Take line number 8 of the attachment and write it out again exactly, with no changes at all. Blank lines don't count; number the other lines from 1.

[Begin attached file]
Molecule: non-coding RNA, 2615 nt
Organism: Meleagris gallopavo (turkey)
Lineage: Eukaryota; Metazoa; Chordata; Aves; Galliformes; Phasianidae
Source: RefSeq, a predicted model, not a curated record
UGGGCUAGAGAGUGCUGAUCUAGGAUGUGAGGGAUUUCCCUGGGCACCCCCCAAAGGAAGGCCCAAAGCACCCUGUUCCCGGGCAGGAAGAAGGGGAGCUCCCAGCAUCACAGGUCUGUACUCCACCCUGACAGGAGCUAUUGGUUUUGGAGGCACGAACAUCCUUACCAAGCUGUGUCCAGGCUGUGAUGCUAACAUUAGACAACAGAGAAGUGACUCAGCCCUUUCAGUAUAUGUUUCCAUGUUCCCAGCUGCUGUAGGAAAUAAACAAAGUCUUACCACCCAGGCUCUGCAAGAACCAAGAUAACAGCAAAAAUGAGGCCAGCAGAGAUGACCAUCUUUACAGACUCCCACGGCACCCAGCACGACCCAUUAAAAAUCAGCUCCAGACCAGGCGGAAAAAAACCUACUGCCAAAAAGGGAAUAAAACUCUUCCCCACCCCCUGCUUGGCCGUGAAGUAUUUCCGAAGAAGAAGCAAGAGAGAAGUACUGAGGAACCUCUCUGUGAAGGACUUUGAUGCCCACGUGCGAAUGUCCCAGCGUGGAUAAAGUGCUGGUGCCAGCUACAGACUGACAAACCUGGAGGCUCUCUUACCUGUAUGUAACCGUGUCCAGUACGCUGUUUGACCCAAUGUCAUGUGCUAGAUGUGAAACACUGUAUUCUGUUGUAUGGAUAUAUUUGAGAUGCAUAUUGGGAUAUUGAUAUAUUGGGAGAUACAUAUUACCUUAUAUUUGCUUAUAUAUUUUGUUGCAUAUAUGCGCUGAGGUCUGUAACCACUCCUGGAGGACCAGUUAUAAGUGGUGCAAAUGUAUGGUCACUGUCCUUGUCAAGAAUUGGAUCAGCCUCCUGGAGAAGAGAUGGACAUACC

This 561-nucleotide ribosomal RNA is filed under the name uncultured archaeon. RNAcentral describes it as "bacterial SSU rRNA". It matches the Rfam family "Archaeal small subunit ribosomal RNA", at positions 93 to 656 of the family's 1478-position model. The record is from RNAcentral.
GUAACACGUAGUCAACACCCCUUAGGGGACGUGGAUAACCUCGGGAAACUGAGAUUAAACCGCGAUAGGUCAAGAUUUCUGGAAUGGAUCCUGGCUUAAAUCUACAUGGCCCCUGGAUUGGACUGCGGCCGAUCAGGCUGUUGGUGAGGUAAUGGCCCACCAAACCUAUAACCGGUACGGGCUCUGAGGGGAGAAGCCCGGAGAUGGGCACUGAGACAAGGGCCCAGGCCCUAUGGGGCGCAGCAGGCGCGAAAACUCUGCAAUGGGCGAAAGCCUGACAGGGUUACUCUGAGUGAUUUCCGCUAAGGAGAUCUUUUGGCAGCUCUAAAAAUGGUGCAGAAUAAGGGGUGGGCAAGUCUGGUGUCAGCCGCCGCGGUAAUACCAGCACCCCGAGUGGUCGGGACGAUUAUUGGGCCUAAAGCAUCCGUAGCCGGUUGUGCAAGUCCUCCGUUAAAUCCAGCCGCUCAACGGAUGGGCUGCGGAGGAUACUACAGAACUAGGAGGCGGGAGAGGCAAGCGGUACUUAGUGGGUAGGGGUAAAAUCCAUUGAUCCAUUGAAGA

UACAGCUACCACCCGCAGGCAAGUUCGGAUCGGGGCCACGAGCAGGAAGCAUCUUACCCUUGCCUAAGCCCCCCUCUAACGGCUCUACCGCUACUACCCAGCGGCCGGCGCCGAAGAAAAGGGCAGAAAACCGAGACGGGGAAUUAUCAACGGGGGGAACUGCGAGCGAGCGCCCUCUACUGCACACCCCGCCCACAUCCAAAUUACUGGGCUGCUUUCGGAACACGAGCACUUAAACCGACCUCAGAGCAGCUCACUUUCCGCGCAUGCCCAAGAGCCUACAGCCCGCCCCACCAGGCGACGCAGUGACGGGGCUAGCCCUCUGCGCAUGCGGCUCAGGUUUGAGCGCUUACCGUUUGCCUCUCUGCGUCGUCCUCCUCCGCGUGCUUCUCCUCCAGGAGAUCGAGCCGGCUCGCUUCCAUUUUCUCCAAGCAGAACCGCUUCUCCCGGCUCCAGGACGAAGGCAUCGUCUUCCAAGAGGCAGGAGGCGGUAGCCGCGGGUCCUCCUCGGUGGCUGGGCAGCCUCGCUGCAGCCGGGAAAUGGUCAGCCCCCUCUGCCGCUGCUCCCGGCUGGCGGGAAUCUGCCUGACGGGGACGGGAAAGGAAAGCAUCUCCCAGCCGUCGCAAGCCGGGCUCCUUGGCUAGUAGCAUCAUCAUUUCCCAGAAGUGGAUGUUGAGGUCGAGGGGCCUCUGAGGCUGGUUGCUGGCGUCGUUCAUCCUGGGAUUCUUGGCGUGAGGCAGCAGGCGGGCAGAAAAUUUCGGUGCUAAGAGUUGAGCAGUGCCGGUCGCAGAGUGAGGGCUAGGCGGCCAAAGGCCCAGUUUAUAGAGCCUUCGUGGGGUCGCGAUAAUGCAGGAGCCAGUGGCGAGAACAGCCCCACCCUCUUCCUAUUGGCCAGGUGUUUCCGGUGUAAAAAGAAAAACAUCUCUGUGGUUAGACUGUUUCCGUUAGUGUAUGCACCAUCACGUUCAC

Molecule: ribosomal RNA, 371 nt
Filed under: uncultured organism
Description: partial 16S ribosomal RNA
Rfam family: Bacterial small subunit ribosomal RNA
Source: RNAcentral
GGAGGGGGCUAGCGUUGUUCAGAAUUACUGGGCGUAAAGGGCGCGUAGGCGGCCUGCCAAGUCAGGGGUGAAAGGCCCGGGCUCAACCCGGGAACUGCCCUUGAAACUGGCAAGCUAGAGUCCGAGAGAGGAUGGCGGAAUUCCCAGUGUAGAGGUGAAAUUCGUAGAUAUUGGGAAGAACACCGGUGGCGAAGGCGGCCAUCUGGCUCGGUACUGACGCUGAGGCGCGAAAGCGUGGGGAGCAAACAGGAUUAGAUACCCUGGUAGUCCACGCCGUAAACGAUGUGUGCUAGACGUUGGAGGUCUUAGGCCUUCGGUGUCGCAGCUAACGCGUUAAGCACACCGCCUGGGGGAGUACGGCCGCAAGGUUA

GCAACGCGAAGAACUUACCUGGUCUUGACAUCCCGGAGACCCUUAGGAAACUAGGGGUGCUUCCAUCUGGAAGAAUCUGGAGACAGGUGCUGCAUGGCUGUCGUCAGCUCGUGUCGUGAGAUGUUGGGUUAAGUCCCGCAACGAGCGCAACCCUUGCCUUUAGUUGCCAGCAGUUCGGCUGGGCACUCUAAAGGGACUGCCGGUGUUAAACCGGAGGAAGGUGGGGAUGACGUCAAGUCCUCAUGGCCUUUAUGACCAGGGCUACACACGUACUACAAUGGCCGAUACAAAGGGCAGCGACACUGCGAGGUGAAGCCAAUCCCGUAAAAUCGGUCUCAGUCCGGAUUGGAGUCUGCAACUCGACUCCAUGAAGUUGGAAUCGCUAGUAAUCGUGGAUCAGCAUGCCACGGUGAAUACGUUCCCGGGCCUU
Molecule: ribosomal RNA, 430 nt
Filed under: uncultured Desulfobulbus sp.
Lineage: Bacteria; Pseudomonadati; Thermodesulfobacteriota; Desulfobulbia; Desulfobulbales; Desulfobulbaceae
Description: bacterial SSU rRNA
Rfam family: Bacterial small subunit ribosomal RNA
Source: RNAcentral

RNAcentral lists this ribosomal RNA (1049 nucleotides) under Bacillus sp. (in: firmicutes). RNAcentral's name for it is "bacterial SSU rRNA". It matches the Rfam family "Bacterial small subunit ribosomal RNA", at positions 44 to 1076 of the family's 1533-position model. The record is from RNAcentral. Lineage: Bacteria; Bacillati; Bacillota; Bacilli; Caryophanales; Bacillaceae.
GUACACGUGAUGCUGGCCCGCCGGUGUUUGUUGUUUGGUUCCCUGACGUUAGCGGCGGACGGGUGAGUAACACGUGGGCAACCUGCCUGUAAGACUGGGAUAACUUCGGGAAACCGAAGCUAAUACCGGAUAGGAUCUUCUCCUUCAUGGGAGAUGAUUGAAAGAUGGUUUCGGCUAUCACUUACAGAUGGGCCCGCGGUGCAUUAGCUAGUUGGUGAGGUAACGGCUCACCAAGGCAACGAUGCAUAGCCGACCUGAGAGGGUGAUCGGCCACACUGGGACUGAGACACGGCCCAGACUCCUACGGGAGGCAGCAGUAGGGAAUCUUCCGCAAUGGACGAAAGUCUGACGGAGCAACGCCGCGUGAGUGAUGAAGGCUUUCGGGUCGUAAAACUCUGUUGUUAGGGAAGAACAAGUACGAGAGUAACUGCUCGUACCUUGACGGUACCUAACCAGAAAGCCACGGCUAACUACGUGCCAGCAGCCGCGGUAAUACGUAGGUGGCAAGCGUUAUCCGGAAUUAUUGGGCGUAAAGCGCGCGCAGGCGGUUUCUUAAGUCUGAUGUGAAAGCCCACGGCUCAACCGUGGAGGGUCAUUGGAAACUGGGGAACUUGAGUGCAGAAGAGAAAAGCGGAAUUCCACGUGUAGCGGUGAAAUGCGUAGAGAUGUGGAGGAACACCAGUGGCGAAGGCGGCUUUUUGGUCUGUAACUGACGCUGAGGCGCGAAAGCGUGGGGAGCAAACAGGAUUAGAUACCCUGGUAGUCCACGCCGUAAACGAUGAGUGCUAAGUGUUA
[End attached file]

UACAGCUACCACCCGCAGGCAAGUUCGGAUCGGGGCCACGAGCAGGAAGCAUCUUACCCUUGCCUAAGCCCCCCUCUAACGGCUCUACCGCUACUACCCAGCGGCCGGCGCCGAAGAAAAGGGCAGAAAACCGAGACGGGGAAUUAUCAACGGGGGGAACUGCGAGCGAGCGCCCUCUACUGCACACCCCGCCCACAUCCAAAUUACUGGGCUGCUUUCGGAACACGAGCACUUAAACCGACCUCAGAGCAGCUCACUUUCCGCGCAUGCCCAAGAGCCUACAGCCCGCCCCACCAGGCGACGCAGUGACGGGGCUAGCCCUCUGCGCAUGCGGCUCAGGUUUGAGCGCUUACCGUUUGCCUCUCUGCGUCGUCCUCCUCCGCGUGCUUCUCCUCCAGGAGAUCGAGCCGGCUCGCUUCCAUUUUCUCCAAGCAGAACCGCUUCUCCCGGCUCCAGGACGAAGGCAUCGUCUUCCAAGAGGCAGGAGGCGGUAGCCGCGGGUCCUCCUCGGUGGCUGGGCAGCCUCGCUGCAGCCGGGAAAUGGUCAGCCCCCUCUGCCGCUGCUCCCGGCUGGCGGGAAUCUGCCUGACGGGGACGGGAAAGGAAAGCAUCUCCCAGCCGUCGCAAGCCGGGCUCCUUGGCUAGUAGCAUCAUCAUUUCCCAGAAGUGGAUGUUGAGGUCGAGGGGCCUCUGAGGCUGGUUGCUGGCGUCGUUCAUCCUGGGAUUCUUGGCGUGAGGCAGCAGGCGGGCAGAAAAUUUCGGUGCUAAGAGUUGAGCAGUGCCGGUCGCAGAGUGAGGGCUAGGCGGCCAAAGGCCCAGUUUAUAGAGCCUUCGUGGGGUCGCGAUAAUGCAGGAGCCAGUGGCGAGAACAGCCCCACCCUCUUCCUAUUGGCCAGGUGUUUCCGGUGUAAAAAGAAAAACAUCUCUGUGGUUAGACUGUUUCCGUUAGUGUAUGCACCAUCACGUUCAC